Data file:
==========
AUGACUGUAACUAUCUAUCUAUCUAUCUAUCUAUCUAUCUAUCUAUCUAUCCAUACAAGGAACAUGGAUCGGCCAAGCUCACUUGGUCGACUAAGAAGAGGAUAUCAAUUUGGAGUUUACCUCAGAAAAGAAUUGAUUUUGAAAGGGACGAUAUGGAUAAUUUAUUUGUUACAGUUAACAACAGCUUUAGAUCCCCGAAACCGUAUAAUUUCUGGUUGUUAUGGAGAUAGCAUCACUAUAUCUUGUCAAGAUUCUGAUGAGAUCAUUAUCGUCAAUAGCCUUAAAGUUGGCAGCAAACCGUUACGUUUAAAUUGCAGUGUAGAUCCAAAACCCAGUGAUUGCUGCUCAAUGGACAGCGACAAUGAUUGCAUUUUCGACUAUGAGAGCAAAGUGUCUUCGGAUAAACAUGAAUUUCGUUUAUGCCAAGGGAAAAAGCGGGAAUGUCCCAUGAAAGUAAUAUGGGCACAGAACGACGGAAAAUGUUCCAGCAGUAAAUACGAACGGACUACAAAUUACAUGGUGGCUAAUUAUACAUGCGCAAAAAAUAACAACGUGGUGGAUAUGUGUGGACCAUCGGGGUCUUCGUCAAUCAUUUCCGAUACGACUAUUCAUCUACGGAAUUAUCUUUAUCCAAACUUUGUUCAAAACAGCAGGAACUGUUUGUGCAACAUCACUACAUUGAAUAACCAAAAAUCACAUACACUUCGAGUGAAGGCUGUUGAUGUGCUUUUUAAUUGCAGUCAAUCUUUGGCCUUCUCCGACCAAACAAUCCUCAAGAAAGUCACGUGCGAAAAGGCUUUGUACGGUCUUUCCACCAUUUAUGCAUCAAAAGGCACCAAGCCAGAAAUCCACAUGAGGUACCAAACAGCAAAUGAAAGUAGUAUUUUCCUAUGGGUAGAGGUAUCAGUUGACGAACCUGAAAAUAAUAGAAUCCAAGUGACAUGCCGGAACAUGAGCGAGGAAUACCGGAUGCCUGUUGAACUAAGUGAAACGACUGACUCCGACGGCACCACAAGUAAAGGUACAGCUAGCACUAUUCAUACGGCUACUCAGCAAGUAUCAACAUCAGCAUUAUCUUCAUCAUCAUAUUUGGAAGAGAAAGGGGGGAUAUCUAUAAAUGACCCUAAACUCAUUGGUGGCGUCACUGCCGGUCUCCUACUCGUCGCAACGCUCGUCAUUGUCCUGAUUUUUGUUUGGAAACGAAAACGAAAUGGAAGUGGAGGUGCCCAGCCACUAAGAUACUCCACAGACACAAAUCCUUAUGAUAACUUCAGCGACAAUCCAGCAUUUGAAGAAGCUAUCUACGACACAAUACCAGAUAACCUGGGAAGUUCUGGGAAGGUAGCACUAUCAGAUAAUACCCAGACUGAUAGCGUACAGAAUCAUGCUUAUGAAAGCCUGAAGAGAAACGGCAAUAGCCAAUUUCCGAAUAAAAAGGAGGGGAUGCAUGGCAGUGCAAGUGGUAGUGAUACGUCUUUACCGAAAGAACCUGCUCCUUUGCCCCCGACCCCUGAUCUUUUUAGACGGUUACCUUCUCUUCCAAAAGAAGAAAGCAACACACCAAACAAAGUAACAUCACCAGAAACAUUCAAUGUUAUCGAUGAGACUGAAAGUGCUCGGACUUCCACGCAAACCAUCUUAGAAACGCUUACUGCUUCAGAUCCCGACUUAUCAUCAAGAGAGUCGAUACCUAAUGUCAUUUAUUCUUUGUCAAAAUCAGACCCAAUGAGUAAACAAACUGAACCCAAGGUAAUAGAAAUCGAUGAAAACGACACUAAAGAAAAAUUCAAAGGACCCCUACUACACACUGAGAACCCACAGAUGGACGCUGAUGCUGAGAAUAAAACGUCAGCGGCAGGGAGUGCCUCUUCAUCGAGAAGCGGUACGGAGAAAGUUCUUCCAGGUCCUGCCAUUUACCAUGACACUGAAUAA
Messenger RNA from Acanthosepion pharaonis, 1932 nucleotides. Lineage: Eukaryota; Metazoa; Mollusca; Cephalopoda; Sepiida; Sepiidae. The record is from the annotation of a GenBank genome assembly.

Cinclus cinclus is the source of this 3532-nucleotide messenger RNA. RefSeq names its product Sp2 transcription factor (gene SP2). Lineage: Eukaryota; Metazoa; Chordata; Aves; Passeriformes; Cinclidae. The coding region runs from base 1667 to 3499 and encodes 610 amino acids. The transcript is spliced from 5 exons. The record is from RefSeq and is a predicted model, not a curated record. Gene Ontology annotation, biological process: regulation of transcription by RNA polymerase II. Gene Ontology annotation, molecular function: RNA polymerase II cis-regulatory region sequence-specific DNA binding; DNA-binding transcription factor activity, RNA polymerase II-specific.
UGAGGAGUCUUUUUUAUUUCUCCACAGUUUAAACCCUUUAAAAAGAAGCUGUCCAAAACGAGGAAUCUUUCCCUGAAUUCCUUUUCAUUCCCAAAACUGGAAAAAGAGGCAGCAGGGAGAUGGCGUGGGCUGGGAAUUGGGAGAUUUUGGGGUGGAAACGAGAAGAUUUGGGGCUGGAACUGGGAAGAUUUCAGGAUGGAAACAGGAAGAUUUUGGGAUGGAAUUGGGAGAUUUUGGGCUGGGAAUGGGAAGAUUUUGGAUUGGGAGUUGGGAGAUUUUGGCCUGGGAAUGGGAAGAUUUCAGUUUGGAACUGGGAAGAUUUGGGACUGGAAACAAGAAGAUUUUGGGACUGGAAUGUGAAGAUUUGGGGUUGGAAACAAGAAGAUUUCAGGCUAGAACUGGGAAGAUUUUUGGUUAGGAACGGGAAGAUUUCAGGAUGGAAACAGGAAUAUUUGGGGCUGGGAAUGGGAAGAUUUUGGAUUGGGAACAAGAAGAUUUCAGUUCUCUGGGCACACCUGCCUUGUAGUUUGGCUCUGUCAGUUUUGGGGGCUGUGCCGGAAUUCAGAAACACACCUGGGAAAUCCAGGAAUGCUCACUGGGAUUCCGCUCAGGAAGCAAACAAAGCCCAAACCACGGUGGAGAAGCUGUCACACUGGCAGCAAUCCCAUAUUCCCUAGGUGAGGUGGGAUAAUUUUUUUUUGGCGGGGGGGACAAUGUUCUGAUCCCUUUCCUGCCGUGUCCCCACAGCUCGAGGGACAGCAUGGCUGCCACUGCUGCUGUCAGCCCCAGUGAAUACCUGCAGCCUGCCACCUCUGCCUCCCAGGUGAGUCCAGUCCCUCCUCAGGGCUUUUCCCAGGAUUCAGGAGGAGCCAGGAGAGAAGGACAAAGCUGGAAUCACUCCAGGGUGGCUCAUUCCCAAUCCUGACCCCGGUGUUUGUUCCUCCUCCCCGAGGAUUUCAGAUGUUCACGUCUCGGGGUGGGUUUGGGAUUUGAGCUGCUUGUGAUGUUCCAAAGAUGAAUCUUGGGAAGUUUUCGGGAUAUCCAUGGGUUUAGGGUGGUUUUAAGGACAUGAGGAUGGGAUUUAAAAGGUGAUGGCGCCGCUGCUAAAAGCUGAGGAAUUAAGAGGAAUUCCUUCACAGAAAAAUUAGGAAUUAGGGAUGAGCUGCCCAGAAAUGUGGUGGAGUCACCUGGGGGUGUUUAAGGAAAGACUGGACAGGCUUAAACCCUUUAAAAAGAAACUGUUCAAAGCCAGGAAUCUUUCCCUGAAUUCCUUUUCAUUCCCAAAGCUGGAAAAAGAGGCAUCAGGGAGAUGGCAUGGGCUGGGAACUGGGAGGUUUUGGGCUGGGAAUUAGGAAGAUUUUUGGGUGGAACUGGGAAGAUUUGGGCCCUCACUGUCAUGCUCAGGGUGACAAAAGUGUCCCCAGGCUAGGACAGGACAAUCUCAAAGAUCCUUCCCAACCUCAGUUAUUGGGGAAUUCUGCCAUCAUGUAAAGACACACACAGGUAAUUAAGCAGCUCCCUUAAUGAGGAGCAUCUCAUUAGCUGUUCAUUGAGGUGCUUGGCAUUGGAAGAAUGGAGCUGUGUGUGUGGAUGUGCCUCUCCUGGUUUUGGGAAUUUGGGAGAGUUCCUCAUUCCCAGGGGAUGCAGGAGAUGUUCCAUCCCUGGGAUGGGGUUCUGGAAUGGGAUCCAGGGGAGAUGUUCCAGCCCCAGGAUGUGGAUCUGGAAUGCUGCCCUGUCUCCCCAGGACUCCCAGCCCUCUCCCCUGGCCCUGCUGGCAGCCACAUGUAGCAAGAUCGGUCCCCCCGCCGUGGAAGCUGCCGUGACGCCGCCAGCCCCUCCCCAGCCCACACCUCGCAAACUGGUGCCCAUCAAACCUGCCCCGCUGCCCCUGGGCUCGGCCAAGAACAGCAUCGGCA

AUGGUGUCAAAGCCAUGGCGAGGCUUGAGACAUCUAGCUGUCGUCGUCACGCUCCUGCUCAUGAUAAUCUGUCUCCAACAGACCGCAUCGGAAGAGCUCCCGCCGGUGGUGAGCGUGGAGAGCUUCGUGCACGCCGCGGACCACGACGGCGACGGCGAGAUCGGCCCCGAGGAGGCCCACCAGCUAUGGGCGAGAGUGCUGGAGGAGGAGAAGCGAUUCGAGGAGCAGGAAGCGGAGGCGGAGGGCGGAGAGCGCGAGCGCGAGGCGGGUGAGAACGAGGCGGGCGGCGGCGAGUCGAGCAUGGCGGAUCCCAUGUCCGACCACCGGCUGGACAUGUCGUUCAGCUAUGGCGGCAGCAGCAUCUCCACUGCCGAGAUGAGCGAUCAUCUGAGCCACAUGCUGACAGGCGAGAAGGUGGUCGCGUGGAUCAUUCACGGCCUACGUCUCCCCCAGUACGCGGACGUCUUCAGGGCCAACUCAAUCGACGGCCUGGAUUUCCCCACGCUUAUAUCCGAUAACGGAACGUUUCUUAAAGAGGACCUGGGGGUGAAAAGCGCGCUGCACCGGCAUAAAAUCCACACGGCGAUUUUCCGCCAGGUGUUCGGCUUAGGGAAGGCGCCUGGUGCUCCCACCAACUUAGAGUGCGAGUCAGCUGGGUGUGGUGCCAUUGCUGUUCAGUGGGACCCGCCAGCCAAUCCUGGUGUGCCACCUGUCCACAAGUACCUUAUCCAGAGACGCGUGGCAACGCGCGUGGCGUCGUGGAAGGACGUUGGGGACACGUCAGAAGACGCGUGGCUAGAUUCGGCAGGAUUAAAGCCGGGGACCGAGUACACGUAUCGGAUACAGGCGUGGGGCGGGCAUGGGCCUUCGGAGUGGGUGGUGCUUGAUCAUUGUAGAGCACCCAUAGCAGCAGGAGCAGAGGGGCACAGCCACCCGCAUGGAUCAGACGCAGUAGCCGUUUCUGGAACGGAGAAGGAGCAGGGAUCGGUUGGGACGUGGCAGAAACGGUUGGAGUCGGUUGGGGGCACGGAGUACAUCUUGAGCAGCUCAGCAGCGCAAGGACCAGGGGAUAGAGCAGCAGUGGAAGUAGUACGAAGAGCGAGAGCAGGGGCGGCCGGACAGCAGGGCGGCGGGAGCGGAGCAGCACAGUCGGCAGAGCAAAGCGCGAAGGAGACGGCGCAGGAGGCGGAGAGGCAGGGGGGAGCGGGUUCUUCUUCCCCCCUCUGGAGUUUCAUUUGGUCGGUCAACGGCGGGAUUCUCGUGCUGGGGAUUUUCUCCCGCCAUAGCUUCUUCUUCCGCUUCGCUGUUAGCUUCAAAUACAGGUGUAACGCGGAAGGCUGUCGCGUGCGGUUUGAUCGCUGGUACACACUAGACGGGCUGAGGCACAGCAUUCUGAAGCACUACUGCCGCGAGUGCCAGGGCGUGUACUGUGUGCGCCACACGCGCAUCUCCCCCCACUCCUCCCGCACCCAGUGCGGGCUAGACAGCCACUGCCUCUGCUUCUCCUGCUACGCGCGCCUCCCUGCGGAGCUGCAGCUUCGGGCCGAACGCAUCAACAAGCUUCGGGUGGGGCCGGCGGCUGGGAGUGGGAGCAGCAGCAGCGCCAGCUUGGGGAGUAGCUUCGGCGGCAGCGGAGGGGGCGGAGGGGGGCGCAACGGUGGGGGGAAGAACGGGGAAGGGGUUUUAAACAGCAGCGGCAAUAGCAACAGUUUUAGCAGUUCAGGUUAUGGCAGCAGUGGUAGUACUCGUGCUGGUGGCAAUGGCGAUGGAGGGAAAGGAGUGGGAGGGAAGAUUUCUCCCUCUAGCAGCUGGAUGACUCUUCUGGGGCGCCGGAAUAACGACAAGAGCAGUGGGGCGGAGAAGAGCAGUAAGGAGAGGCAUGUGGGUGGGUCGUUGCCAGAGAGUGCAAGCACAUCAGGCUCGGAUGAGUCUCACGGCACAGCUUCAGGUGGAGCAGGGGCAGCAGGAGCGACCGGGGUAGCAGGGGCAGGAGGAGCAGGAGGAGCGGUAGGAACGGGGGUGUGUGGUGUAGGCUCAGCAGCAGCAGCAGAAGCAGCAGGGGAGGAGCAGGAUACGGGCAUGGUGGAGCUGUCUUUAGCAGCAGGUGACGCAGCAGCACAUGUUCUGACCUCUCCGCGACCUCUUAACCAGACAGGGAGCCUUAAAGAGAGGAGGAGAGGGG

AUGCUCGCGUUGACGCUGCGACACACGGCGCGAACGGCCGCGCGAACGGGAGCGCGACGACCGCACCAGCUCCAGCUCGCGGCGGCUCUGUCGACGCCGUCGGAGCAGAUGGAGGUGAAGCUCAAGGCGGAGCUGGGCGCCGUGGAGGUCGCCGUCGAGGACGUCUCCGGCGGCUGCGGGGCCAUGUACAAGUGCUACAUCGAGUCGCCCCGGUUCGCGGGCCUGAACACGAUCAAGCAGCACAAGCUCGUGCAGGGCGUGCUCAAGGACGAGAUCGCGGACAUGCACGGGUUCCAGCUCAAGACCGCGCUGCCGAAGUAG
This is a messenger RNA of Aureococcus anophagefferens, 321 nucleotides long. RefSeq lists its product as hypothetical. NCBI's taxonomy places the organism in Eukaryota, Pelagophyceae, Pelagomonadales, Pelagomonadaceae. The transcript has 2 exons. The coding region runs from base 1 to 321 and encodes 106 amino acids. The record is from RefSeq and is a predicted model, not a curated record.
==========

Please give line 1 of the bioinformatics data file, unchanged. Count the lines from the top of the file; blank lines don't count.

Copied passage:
AUGACUGUAACUAUCUAUCUAUCUAUCUAUCUAUCUAUCUAUCUAUCUAUCCAUACAAGGAACAUGGAUCGGCCAAGCUCACUUGGUCGACUAAGAAGAGGAUAUCAAUUUGGAGUUUACCUCAGAAAAGAAUUGAUUUUGAAAGGGACGAUAUGGAUAAUUUAUUUGUUACAGUUAACAACAGCUUUAGAUCCCCGAAACCGUAUAAUUUCUGGUUGUUAUGGAGAUAGCAUCACUAUAUCUUGUCAAGAUUCUGAUGAGAUCAUUAUCGUCAAUAGCCUUAAAGUUGGCAGCAAACCGUUACGUUUAAAUUGCAGUGUAGAUCCAAAACCCAGUGAUUGCUGCUCAAUGGACAGCGACAAUGAUUGCAUUUUCGACUAUGAGAGCAAAGUGUCUUCGGAUAAACAUGAAUUUCGUUUAUGCCAAGGGAAAAAGCGGGAAUGUCCCAUGAAAGUAAUAUGGGCACAGAACGACGGAAAAUGUUCCAGCAGUAAAUACGAACGGACUACAAAUUACAUGGUGGCUAAUUAUACAUGCGCAAAAAAUAACAACGUGGUGGAUAUGUGUGGACCAUCGGGGUCUUCGUCAAUCAUUUCCGAUACGACUAUUCAUCUACGGAAUUAUCUUUAUCCAAACUUUGUUCAAAACAGCAGGAACUGUUUGUGCAACAUCACUACAUUGAAUAACCAAAAAUCACAUACACUUCGAGUGAAGGCUGUUGAUGUGCUUUUUAAUUGCAGUCAAUCUUUGGCCUUCUCCGACCAAACAAUCCUCAAGAAAGUCACGUGCGAAAAGGCUUUGUACGGUCUUUCCACCAUUUAUGCAUCAAAAGGCACCAAGCCAGAAAUCCACAUGAGGUACCAAACAGCAAAUGAAAGUAGUAUUUUCCUAUGGGUAGAGGUAUCAGUUGACGAACCUGAAAAUAAUAGAAUCCAAGUGACAUGCCGGAACAUGAGCGAGGAAUACCGGAUGCCUGUUGAACUAAGUGAAACGACUGACUCCGACGGCACCACAAGUAAAGGUACAGCUAGCACUAUUCAUACGGCUACUCAGCAAGUAUCAACAUCAGCAUUAUCUUCAUCAUCAUAUUUGGAAGAGAAAGGGGGGAUAUCUAUAAAUGACCCUAAACUCAUUGGUGGCGUCACUGCCGGUCUCCUACUCGUCGCAACGCUCGUCAUUGUCCUGAUUUUUGUUUGGAAACGAAAACGAAAUGGAAGUGGAGGUGCCCAGCCACUAAGAUACUCCACAGACACAAAUCCUUAUGAUAACUUCAGCGACAAUCCAGCAUUUGAAGAAGCUAUCUACGACACAAUACCAGAUAACCUGGGAAGUUCUGGGAAGGUAGCACUAUCAGAUAAUACCCAGACUGAUAGCGUACAGAAUCAUGCUUAUGAAAGCCUGAAGAGAAACGGCAAUAGCCAAUUUCCGAAUAAAAAGGAGGGGAUGCAUGGCAGUGCAAGUGGUAGUGAUACGUCUUUACCGAAAGAACCUGCUCCUUUGCCCCCGACCCCUGAUCUUUUUAGACGGUUACCUUCUCUUCCAAAAGAAGAAAGCAACACACCAAACAAAGUAACAUCACCAGAAACAUUCAAUGUUAUCGAUGAGACUGAAAGUGCUCGGACUUCCACGCAAACCAUCUUAGAAACGCUUACUGCUUCAGAUCCCGACUUAUCAUCAAGAGAGUCGAUACCUAAUGUCAUUUAUUCUUUGUCAAAAUCAGACCCAAUGAGUAAACAAACUGAACCCAAGGUAAUAGAAAUCGAUGAAAACGACACUAAAGAAAAAUUCAAAGGACCCCUACUACACACUGAGAACCCACAGAUGGACGCUGAUGCUGAGAAUAAAACGUCAGCGGCAGGGAGUGCCUCUUCAUCGAGAAGCGGUACGGAGAAAGUUCUUCCAGGUCCUGCCAUUUACCAUGACACUGAAUAA